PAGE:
News ID: 255446
Published: 0257 GMT July 07, 2019

Messi's 'corruption' claim dismissed by Copa America organizers

Messi's 'corruption' claim dismissed by Copa America organizers
UESLEI MARCELINO/REUTERS
Argentina’s Lionel Messi and Chile’s Gary Medel are both shown the red card by the referee Mario Díaz de Vivar during the Copa America 2019 third-place playoff match at the Arena Corinthians in Sao Paulo, Brazil, on July 6, 2019.

The South American football confederation said questioning the integrity of the Copa America was “unacceptable” after Lionel Messi alleged Argentina was victims of “corruption” in its 2-1 win over Chile.

Messi was sent off toward the end of the first half of the third-place playoff in Sao Paulo and refused to take part in the medal ceremony, the Guardian reported.

The Barcelona player was dismissed following a confrontation with the Chilean midfielder Gary Medel, who was also shown a red card.

Messi appeared to have been hard done by, with Medel appearing to push his head toward the Argentina playmaker as they squared up, chest to chest. The Argentina captain suggested he had been singled out following his comments about “crazy” officiating in the wake of their 2-0 semifinal defeat by Brazil in Belo Horizonte.

“We don’t need to be part of the corruption that we’ve suffered at this tournament,” Messi said, as quoted by Spanish media outlet AS. “Medel is always right at the limit. With a yellow that would have been the end of it for both of us, but well, maybe what I said recently had an impact.

“What’s important is that the team finished well in the tournament. Maybe this was ordered and I ended up suffering because of what I said.”

CONMEBOL, South America’s football confederation, said a “fundamental pillar of fair play is to accept the results with loyalty and respect”.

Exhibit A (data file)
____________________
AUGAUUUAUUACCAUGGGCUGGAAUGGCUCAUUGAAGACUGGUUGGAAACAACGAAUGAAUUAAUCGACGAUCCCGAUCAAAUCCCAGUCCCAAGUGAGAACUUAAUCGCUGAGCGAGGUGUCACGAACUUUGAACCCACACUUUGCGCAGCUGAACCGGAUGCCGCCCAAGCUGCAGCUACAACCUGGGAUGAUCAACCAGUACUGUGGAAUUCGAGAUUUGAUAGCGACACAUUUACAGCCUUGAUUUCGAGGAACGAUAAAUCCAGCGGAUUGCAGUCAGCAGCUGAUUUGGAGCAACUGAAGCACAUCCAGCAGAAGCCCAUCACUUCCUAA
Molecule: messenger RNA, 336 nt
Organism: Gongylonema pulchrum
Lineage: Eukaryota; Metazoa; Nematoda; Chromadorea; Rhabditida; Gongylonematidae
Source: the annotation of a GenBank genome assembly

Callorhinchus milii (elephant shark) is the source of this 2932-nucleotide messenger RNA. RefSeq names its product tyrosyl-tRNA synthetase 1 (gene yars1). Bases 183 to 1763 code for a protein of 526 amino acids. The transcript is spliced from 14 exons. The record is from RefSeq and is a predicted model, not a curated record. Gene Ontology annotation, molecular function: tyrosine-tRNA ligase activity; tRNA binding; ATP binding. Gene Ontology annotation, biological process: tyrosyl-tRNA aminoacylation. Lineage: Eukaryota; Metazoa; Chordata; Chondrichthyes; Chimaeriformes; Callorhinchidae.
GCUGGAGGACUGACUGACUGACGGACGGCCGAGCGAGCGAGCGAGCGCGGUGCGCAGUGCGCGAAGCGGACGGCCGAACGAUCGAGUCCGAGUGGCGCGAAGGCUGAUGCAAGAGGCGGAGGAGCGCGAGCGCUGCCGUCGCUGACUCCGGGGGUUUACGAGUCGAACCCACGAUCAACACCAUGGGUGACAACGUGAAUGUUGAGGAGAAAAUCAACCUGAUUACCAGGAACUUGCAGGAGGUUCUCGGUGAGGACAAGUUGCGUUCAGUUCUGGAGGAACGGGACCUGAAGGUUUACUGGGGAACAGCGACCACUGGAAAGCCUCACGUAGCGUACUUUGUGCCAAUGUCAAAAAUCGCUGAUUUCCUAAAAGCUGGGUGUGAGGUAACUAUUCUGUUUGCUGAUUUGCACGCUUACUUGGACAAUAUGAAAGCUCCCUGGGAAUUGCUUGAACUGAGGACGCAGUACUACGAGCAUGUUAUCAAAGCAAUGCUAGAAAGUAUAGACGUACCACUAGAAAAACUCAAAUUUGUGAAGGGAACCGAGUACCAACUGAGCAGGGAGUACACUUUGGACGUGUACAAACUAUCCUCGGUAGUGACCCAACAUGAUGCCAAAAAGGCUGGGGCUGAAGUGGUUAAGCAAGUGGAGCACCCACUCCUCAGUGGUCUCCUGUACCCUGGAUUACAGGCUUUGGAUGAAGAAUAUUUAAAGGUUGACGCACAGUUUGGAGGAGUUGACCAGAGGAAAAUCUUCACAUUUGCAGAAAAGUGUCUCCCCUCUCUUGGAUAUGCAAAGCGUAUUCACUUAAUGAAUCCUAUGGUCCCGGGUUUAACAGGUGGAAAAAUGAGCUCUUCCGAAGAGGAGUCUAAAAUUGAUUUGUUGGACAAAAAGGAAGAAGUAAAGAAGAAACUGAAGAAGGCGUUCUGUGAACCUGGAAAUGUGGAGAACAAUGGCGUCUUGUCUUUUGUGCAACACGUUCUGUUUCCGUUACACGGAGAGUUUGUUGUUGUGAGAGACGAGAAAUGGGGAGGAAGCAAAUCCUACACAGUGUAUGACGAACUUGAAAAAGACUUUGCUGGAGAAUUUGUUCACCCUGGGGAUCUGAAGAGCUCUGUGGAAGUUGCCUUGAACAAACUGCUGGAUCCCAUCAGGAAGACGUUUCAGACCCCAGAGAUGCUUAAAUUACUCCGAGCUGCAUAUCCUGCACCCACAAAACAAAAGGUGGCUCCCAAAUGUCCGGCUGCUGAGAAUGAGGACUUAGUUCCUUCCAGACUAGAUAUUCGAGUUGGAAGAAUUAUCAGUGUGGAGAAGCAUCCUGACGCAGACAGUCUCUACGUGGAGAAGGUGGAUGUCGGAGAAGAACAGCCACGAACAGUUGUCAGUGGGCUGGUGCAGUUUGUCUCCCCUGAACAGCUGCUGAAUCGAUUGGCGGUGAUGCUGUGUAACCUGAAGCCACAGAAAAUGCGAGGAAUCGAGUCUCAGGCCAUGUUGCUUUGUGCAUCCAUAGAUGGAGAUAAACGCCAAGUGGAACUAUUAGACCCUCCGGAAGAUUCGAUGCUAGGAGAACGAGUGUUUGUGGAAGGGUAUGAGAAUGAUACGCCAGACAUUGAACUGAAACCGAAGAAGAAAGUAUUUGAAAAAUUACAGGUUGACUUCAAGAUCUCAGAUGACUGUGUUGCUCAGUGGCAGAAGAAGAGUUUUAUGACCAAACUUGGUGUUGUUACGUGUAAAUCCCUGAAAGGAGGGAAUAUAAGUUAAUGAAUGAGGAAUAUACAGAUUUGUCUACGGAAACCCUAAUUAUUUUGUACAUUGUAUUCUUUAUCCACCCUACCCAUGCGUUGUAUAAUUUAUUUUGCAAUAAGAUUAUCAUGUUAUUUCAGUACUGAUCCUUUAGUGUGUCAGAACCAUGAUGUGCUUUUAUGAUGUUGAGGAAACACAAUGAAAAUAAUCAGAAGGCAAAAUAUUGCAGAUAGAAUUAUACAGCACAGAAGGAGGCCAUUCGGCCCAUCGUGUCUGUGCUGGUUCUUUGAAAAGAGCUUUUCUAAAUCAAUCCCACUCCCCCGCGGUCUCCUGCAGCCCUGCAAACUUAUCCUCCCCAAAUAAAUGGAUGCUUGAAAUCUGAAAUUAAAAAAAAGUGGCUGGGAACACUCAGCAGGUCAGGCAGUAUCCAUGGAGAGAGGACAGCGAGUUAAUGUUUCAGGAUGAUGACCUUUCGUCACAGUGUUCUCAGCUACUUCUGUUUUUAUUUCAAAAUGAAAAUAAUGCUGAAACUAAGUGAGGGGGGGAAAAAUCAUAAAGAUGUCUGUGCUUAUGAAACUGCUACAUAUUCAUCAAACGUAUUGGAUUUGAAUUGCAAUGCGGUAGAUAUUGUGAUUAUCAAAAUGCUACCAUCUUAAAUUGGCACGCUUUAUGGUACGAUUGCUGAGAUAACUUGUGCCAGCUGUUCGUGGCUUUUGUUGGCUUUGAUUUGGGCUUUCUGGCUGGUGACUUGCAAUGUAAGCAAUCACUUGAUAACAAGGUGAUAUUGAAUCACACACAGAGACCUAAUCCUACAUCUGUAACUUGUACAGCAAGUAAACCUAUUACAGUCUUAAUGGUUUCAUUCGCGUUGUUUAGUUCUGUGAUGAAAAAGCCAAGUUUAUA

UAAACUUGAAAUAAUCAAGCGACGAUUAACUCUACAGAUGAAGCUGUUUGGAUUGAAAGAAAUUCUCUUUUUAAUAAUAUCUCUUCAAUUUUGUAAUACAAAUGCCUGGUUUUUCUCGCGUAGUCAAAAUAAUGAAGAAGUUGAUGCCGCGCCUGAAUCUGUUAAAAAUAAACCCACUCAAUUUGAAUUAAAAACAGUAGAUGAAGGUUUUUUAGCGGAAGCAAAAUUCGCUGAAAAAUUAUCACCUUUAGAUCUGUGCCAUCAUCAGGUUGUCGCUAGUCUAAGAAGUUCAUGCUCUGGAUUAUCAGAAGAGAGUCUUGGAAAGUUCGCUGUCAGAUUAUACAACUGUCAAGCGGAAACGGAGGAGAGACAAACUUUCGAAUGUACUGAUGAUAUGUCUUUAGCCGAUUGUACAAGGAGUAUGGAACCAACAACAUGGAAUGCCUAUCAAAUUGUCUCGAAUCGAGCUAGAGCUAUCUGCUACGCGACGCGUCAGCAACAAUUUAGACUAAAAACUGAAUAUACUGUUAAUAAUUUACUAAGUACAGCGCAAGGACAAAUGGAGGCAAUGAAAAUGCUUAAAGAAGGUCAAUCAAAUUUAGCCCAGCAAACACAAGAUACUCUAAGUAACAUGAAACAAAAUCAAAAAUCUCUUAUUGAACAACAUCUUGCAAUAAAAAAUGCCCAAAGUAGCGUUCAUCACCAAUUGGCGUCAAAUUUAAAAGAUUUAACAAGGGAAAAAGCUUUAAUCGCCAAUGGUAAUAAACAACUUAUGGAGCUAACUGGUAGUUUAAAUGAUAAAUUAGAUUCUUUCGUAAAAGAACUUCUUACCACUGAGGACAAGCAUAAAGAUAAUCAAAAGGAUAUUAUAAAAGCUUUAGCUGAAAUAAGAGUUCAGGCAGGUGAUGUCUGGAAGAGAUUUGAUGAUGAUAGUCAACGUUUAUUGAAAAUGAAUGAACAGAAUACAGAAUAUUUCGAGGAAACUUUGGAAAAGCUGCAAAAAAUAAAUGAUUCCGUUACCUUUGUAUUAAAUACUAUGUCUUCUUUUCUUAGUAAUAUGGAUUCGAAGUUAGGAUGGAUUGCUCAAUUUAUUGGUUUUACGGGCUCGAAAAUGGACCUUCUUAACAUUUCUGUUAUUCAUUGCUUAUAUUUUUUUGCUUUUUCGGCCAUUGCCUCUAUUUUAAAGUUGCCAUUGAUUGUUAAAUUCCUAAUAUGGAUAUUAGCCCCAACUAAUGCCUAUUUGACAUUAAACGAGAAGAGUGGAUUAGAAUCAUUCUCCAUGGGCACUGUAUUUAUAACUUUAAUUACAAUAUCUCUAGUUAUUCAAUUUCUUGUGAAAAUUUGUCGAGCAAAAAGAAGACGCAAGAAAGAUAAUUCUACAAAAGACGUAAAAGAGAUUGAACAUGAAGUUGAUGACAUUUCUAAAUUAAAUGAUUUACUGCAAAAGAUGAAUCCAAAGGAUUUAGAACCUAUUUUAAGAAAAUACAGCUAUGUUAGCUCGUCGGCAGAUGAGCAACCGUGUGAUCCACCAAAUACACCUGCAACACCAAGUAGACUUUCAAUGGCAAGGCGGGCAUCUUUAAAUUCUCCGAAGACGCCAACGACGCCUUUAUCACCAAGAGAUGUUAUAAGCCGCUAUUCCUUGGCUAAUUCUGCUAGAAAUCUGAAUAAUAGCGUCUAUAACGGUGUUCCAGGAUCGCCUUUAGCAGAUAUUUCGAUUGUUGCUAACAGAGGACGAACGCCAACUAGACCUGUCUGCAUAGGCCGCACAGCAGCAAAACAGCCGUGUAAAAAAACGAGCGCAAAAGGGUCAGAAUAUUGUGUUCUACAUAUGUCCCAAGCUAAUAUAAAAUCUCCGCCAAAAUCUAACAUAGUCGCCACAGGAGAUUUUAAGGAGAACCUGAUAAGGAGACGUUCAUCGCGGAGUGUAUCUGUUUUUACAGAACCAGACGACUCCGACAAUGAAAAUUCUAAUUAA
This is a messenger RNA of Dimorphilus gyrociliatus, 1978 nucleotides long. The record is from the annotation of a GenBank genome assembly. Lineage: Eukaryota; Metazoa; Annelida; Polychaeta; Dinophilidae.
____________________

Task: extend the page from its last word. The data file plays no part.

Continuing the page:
Its statement, which did not mention Messi by name, added, “The same goes for refereeing decisions, which are human and will always be improvable. It is unacceptable that as a result of incidents typical in competitions, involving 12 teams, all on equal terms, unfounded accusations have been launched that lack the truth and question the integrity of the Copa America.

“These accusations represent a lack of respect for the competition, all the participating players and the hundreds of professionals of CONMEBOL, an institution that since 2016 has been working tirelessly to make transparent, professionalize and develop South American football.”

Messi’s red card was only the second red card of his career, the first also coming while playing for Argentina on his debut against Hungary in 2005. The referee showed seven yellow cards in a match that was broken up with 37 fouls.

Messi had helped set up an early goal for Manchester City’s striker Sergio Agüero, with Argentina going 2-0 up through Paulo Dybala.

Chile was handed a way back into the match following a controversial VAR review which resulted in a penalty being awarded after Argentina’s Giovani Lo Celso was adjudged to have fouled Charles Aranguiz.

Arturo Vidal dispatched the spot-kick.

 

   
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